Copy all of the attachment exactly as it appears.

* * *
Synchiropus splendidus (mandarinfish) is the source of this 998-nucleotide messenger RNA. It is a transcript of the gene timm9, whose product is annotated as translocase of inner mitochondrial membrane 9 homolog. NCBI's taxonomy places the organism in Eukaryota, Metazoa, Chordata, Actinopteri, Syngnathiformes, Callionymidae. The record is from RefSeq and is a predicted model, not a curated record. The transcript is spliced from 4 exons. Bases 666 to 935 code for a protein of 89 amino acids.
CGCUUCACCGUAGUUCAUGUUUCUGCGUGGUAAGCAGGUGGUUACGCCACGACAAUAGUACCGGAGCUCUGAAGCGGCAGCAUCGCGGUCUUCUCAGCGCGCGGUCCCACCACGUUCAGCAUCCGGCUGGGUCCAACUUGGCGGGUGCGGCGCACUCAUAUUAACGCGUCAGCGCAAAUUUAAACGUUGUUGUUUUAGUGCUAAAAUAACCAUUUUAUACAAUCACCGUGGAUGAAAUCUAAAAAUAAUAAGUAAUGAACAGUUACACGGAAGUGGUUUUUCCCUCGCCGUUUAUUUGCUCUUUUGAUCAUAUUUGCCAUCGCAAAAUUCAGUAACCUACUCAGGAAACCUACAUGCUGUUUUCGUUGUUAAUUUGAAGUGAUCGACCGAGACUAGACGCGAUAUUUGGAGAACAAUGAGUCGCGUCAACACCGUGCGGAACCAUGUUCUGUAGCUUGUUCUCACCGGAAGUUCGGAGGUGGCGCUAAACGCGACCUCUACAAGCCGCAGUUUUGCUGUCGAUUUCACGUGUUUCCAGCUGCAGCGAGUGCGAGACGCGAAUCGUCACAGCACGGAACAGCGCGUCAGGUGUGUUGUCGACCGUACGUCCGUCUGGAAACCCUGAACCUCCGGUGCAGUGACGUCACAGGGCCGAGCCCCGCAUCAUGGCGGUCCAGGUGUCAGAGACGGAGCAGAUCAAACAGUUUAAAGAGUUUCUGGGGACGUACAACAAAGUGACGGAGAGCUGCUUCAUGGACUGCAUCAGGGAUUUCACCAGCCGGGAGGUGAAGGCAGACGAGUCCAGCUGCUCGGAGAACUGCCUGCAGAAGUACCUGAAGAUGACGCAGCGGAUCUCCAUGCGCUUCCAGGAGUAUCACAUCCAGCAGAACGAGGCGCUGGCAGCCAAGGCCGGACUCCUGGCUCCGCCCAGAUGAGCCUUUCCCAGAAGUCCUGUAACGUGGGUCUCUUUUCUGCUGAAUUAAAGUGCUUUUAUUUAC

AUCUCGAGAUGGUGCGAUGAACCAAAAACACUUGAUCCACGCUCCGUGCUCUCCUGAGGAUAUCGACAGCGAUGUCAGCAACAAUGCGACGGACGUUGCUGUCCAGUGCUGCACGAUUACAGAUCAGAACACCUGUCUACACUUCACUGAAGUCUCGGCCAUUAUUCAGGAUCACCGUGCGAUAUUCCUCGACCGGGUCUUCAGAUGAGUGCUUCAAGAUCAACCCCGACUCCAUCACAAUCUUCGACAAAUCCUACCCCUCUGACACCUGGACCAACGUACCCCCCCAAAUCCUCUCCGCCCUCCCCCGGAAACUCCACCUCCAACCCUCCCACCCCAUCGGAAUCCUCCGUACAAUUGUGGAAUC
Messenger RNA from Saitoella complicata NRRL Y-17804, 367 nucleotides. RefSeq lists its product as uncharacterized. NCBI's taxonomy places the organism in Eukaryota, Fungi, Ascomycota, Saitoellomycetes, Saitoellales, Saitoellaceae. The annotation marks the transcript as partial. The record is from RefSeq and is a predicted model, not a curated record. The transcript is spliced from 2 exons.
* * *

Synchiropus splendidus (mandarinfish) is the source of this 998-nucleotide messenger RNA. It is a transcript of the gene timm9, whose product is annotated as translocase of inner mitochondrial membrane 9 homolog. NCBI's taxonomy places the organism in Eukaryota, Metazoa, Chordata, Actinopteri, Syngnathiformes, Callionymidae. The record is from RefSeq and is a predicted model, not a curated record. The transcript is spliced from 4 exons. Bases 666 to 935 code for a protein of 89 amino acids.
CGCUUCACCGUAGUUCAUGUUUCUGCGUGGUAAGCAGGUGGUUACGCCACGACAAUAGUACCGGAGCUCUGAAGCGGCAGCAUCGCGGUCUUCUCAGCGCGCGGUCCCACCACGUUCAGCAUCCGGCUGGGUCCAACUUGGCGGGUGCGGCGCACUCAUAUUAACGCGUCAGCGCAAAUUUAAACGUUGUUGUUUUAGUGCUAAAAUAACCAUUUUAUACAAUCACCGUGGAUGAAAUCUAAAAAUAAUAAGUAAUGAACAGUUACACGGAAGUGGUUUUUCCCUCGCCGUUUAUUUGCUCUUUUGAUCAUAUUUGCCAUCGCAAAAUUCAGUAACCUACUCAGGAAACCUACAUGCUGUUUUCGUUGUUAAUUUGAAGUGAUCGACCGAGACUAGACGCGAUAUUUGGAGAACAAUGAGUCGCGUCAACACCGUGCGGAACCAUGUUCUGUAGCUUGUUCUCACCGGAAGUUCGGAGGUGGCGCUAAACGCGACCUCUACAAGCCGCAGUUUUGCUGUCGAUUUCACGUGUUUCCAGCUGCAGCGAGUGCGAGACGCGAAUCGUCACAGCACGGAACAGCGCGUCAGGUGUGUUGUCGACCGUACGUCCGUCUGGAAACCCUGAACCUCCGGUGCAGUGACGUCACAGGGCCGAGCCCCGCAUCAUGGCGGUCCAGGUGUCAGAGACGGAGCAGAUCAAACAGUUUAAAGAGUUUCUGGGGACGUACAACAAAGUGACGGAGAGCUGCUUCAUGGACUGCAUCAGGGAUUUCACCAGCCGGGAGGUGAAGGCAGACGAGUCCAGCUGCUCGGAGAACUGCCUGCAGAAGUACCUGAAGAUGACGCAGCGGAUCUCCAUGCGCUUCCAGGAGUAUCACAUCCAGCAGAACGAGGCGCUGGCAGCCAAGGCCGGACUCCUGGCUCCGCCCAGAUGAGCCUUUCCCAGAAGUCCUGUAACGUGGGUCUCUUUUCUGCUGAAUUAAAGUGCUUUUAUUUAC

AUCUCGAGAUGGUGCGAUGAACCAAAAACACUUGAUCCACGCUCCGUGCUCUCCUGAGGAUAUCGACAGCGAUGUCAGCAACAAUGCGACGGACGUUGCUGUCCAGUGCUGCACGAUUACAGAUCAGAACACCUGUCUACACUUCACUGAAGUCUCGGCCAUUAUUCAGGAUCACCGUGCGAUAUUCCUCGACCGGGUCUUCAGAUGAGUGCUUCAAGAUCAACCCCGACUCCAUCACAAUCUUCGACAAAUCCUACCCCUCUGACACCUGGACCAACGUACCCCCCCAAAUCCUCUCCGCCCUCCCCCGGAAACUCCACCUCCAACCCUCCCACCCCAUCGGAAUCCUCCGUACAAUUGUGGAAUC
Messenger RNA from Saitoella complicata NRRL Y-17804, 367 nucleotides. RefSeq lists its product as uncharacterized. NCBI's taxonomy places the organism in Eukaryota, Fungi, Ascomycota, Saitoellomycetes, Saitoellales, Saitoellaceae. The annotation marks the transcript as partial. The record is from RefSeq and is a predicted model, not a curated record. The transcript is spliced from 2 exons.